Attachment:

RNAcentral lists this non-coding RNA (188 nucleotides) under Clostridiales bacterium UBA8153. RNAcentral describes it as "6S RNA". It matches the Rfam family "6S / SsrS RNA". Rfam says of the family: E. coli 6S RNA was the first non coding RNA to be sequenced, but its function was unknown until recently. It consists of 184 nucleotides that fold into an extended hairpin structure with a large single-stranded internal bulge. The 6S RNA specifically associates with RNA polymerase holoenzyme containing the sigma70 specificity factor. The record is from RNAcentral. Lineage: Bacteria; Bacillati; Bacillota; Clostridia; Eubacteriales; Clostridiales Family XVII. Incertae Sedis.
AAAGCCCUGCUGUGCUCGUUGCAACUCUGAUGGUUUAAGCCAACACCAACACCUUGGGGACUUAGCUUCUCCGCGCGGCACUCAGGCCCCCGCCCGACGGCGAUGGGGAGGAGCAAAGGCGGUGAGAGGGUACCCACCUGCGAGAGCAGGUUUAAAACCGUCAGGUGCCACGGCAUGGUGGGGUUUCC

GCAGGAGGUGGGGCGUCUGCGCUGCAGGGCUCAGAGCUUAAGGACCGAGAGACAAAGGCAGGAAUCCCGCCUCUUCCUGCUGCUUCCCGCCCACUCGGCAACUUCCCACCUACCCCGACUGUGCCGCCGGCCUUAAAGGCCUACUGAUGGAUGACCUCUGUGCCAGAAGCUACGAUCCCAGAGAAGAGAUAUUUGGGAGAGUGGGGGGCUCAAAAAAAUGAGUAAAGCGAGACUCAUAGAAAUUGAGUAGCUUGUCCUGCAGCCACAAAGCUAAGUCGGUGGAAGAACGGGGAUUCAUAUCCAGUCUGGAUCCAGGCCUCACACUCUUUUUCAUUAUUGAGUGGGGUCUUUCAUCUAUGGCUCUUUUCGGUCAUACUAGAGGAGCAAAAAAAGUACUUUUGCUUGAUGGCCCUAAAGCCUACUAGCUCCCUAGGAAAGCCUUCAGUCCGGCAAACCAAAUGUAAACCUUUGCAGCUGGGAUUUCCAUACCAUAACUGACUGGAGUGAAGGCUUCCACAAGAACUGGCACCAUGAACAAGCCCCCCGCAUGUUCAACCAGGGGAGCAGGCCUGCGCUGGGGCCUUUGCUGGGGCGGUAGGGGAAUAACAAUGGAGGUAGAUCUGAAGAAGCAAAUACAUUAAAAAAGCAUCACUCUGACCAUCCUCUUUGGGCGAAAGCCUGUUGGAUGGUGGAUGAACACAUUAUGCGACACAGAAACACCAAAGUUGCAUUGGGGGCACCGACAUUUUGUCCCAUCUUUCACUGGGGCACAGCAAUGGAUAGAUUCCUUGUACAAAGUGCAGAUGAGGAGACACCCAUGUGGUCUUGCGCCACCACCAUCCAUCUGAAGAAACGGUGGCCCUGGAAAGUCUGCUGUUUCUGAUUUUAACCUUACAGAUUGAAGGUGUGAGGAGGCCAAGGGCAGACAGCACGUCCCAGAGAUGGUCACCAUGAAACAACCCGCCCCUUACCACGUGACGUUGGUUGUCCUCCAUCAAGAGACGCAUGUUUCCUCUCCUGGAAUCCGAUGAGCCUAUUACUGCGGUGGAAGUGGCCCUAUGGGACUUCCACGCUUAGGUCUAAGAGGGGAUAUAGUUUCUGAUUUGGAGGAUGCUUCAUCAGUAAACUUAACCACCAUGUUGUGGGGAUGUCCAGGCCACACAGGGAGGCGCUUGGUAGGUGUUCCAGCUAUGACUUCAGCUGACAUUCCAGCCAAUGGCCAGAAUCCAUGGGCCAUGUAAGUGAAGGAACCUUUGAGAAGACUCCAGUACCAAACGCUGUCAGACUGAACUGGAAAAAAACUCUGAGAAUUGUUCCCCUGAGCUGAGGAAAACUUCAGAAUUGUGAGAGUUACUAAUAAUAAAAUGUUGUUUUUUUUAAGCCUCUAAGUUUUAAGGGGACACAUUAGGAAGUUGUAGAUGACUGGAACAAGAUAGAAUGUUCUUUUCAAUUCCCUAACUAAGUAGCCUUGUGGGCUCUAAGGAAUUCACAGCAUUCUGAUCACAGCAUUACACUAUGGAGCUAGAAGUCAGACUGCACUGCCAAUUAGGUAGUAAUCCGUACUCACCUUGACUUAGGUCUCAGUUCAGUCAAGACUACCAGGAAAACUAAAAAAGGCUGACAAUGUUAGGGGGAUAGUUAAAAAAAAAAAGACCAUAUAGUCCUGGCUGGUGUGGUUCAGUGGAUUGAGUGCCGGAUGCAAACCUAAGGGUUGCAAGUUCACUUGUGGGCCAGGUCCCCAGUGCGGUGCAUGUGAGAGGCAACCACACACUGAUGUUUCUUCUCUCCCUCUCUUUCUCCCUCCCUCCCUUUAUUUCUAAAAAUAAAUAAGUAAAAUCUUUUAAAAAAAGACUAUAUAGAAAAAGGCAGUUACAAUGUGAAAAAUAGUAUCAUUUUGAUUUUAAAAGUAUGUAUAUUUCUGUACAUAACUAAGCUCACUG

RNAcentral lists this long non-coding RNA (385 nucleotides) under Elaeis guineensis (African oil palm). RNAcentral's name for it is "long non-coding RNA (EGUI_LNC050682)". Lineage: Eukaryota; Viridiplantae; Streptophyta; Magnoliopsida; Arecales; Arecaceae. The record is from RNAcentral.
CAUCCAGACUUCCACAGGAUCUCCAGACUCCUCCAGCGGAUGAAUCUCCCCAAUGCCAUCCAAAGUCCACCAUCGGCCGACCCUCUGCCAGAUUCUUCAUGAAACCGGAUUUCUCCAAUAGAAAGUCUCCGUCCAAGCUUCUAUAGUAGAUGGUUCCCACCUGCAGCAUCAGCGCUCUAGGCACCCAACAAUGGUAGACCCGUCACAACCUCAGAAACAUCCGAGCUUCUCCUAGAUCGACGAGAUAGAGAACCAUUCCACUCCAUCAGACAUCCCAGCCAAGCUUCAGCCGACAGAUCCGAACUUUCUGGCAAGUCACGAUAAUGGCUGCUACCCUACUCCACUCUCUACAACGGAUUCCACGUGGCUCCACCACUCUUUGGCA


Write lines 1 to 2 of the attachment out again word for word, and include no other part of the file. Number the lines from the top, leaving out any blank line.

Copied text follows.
RNAcentral lists this non-coding RNA (188 nucleotides) under Clostridiales bacterium UBA8153. RNAcentral describes it as "6S RNA". It matches the Rfam family "6S / SsrS RNA". Rfam says of the family: E. coli 6S RNA was the first non coding RNA to be sequenced, but its function was unknown until recently. It consists of 184 nucleotides that fold into an extended hairpin structure with a large single-stranded internal bulge. The 6S RNA specifically associates with RNA polymerase holoenzyme containing the sigma70 specificity factor. The record is from RNAcentral. Lineage: Bacteria; Bacillati; Bacillota; Clostridia; Eubacteriales; Clostridiales Family XVII. Incertae Sedis.
AAAGCCCUGCUGUGCUCGUUGCAACUCUGAUGGUUUAAGCCAACACCAACACCUUGGGGACUUAGCUUCUCCGCGCGGCACUCAGGCCCCCGCCCGACGGCGAUGGGGAGGAGCAAAGGCGGUGAGAGGGUACCCACCUGCGAGAGCAGGUUUAAAACCGUCAGGUGCCACGGCAUGGUGGGGUUUCC